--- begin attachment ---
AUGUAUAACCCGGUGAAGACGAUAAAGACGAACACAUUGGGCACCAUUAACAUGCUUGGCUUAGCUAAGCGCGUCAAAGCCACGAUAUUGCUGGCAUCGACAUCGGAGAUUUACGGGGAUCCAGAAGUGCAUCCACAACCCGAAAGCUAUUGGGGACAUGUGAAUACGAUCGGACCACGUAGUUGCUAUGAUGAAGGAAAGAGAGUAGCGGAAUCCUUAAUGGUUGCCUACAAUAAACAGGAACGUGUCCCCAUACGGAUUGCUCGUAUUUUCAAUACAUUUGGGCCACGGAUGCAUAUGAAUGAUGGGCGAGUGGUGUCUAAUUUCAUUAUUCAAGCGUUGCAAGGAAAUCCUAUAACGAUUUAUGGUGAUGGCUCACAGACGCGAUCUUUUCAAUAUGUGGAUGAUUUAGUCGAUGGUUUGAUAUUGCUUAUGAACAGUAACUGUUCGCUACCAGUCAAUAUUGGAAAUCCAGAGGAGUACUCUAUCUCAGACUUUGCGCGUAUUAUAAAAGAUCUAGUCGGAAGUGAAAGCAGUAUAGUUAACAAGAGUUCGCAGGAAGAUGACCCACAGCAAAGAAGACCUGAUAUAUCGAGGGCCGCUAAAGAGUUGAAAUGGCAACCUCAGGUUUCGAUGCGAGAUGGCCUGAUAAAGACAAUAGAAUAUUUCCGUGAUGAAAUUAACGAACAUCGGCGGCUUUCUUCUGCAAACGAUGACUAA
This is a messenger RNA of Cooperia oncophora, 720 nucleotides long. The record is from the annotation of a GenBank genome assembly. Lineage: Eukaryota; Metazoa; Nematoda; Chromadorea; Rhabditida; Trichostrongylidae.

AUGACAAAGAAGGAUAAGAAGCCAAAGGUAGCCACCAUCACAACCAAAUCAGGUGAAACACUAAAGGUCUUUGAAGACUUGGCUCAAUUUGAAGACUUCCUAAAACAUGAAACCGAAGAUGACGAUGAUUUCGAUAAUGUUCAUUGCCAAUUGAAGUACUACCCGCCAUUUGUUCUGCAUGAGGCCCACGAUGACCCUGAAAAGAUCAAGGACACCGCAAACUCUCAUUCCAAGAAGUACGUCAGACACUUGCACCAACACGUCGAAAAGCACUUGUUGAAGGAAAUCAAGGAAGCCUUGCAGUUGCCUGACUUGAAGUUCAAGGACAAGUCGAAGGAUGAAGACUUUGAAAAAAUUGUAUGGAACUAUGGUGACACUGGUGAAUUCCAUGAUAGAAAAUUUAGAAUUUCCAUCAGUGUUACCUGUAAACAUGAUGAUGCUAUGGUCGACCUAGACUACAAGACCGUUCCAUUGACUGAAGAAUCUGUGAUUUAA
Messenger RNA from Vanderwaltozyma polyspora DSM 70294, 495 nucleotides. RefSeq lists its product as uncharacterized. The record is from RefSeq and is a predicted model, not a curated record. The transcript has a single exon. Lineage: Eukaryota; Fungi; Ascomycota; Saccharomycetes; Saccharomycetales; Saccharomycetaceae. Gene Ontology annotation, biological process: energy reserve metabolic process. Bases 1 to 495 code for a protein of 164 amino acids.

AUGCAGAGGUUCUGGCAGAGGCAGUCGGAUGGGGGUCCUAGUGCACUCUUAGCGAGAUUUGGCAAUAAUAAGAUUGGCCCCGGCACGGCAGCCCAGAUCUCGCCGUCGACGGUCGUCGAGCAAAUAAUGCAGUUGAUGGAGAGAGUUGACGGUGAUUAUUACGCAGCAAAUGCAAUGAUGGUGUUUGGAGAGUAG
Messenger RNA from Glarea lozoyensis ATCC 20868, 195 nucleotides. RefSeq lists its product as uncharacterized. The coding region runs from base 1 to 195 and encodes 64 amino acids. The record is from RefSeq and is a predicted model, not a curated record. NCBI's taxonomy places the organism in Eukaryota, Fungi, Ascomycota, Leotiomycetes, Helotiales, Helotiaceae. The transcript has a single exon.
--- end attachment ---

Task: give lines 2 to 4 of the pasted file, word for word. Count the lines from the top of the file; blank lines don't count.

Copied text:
This is a messenger RNA of Cooperia oncophora, 720 nucleotides long. The record is from the annotation of a GenBank genome assembly. Lineage: Eukaryota; Metazoa; Nematoda; Chromadorea; Rhabditida; Trichostrongylidae.

AUGACAAAGAAGGAUAAGAAGCCAAAGGUAGCCACCAUCACAACCAAAUCAGGUGAAACACUAAAGGUCUUUGAAGACUUGGCUCAAUUUGAAGACUUCCUAAAACAUGAAACCGAAGAUGACGAUGAUUUCGAUAAUGUUCAUUGCCAAUUGAAGUACUACCCGCCAUUUGUUCUGCAUGAGGCCCACGAUGACCCUGAAAAGAUCAAGGACACCGCAAACUCUCAUUCCAAGAAGUACGUCAGACACUUGCACCAACACGUCGAAAAGCACUUGUUGAAGGAAAUCAAGGAAGCCUUGCAGUUGCCUGACUUGAAGUUCAAGGACAAGUCGAAGGAUGAAGACUUUGAAAAAAUUGUAUGGAACUAUGGUGACACUGGUGAAUUCCAUGAUAGAAAAUUUAGAAUUUCCAUCAGUGUUACCUGUAAACAUGAUGAUGCUAUGGUCGACCUAGACUACAAGACCGUUCCAUUGACUGAAGAAUCUGUGAUUUAA
Messenger RNA from Vanderwaltozyma polyspora DSM 70294, 495 nucleotides. RefSeq lists its product as uncharacterized. The record is from RefSeq and is a predicted model, not a curated record. The transcript has a single exon. Lineage: Eukaryota; Fungi; Ascomycota; Saccharomycetes; Saccharomycetales; Saccharomycetaceae. Gene Ontology annotation, biological process: energy reserve metabolic process. Bases 1 to 495 code for a protein of 164 amino acids.